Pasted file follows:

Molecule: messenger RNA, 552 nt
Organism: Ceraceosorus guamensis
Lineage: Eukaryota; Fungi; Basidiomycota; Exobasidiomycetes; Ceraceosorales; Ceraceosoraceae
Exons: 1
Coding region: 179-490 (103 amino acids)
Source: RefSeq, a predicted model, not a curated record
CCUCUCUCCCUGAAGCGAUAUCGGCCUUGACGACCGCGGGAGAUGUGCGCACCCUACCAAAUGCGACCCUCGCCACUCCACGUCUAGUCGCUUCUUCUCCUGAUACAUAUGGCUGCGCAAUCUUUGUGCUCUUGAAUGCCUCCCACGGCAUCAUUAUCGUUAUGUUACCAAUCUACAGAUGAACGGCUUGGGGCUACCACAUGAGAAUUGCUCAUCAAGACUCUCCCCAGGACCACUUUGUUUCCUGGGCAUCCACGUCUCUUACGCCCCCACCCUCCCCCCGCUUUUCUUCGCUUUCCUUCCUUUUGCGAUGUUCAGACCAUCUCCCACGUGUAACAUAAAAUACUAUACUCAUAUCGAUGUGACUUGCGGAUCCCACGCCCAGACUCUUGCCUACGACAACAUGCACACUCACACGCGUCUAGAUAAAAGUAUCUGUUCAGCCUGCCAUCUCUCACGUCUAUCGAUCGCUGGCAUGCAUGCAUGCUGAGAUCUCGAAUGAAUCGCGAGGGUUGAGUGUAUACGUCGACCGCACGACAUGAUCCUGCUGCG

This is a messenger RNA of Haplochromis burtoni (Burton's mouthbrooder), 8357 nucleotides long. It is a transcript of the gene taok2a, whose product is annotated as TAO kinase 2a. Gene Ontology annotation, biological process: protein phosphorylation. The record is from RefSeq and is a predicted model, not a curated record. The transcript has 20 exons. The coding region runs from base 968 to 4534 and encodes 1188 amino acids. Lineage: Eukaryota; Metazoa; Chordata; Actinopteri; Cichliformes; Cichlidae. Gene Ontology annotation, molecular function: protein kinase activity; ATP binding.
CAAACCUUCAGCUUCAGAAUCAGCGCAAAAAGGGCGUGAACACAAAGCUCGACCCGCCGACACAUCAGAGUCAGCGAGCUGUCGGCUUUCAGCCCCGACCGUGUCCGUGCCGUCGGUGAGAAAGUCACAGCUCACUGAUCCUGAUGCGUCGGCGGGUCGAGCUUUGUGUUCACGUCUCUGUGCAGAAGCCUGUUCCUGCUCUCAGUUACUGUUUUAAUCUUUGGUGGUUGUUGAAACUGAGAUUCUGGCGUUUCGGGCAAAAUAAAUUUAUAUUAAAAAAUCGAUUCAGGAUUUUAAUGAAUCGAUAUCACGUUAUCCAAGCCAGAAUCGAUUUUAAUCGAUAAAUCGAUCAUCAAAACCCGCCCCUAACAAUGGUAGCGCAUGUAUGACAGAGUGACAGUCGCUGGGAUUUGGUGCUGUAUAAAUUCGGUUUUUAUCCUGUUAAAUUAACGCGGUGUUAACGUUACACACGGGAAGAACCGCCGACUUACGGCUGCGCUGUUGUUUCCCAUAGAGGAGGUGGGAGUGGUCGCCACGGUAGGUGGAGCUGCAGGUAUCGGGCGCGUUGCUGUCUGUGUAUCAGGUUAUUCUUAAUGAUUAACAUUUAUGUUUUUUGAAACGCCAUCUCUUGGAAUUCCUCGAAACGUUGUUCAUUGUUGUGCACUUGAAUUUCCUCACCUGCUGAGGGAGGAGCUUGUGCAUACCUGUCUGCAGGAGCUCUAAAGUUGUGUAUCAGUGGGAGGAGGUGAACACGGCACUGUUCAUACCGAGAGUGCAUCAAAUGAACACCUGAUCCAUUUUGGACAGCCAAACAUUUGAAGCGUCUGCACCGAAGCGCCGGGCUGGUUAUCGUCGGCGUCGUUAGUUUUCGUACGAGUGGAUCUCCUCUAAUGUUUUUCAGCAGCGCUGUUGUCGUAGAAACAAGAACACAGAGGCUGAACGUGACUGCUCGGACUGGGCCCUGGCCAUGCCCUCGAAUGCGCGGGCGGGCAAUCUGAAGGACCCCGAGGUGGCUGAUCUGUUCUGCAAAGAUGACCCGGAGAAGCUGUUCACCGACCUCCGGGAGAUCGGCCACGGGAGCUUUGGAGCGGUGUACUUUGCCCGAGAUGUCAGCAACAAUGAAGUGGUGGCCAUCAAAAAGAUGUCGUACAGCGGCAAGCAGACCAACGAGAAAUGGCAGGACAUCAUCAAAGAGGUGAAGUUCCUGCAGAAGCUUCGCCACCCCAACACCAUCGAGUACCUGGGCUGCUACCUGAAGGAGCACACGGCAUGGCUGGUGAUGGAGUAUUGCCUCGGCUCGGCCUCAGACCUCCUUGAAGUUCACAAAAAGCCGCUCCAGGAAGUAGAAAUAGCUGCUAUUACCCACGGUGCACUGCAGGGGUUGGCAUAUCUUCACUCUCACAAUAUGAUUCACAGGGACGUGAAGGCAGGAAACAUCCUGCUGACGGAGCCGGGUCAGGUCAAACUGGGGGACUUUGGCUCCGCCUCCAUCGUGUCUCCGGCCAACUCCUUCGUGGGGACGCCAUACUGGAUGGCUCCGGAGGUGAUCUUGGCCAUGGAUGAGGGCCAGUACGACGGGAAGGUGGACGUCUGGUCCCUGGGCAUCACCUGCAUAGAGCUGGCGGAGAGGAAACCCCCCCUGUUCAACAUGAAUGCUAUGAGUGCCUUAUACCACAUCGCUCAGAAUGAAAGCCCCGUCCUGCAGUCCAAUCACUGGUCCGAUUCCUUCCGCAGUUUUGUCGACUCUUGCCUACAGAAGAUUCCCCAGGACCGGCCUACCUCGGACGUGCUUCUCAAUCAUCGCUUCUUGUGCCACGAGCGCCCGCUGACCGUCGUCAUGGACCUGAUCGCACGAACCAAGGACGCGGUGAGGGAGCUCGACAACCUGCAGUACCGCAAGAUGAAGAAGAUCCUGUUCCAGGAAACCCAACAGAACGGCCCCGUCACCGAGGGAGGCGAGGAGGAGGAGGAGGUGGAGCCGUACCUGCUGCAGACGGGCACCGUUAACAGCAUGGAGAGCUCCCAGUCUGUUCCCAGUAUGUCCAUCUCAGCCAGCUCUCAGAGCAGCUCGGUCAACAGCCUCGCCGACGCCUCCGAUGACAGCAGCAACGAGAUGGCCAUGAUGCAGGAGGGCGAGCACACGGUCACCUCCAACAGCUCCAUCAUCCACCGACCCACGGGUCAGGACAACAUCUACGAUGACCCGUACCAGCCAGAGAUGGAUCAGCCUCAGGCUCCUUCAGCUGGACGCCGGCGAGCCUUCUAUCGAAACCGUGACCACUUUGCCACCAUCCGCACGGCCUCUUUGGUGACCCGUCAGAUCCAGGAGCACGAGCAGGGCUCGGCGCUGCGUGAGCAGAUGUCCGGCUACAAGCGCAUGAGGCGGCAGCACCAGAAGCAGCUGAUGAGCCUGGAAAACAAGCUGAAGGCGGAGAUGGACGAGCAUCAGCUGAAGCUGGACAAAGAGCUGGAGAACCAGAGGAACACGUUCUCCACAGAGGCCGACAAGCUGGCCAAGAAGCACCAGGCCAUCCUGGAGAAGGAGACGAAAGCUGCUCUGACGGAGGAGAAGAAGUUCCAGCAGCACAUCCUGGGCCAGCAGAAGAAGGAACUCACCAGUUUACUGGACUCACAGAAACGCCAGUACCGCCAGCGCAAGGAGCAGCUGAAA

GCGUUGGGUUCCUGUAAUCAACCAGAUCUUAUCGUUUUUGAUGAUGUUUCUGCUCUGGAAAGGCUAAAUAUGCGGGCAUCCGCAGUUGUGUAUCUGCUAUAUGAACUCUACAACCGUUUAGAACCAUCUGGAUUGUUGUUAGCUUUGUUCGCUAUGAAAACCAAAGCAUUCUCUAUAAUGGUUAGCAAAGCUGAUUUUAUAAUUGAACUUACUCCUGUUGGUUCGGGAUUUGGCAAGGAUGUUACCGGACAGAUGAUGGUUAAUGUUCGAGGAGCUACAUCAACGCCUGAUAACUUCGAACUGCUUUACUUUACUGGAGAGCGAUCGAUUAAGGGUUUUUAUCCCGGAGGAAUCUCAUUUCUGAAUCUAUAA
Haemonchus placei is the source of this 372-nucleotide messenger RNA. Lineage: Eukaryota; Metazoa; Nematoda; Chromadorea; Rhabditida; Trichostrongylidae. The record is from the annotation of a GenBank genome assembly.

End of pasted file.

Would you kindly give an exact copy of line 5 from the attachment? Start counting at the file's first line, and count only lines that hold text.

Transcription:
Coding region: 179-490 (103 amino acids)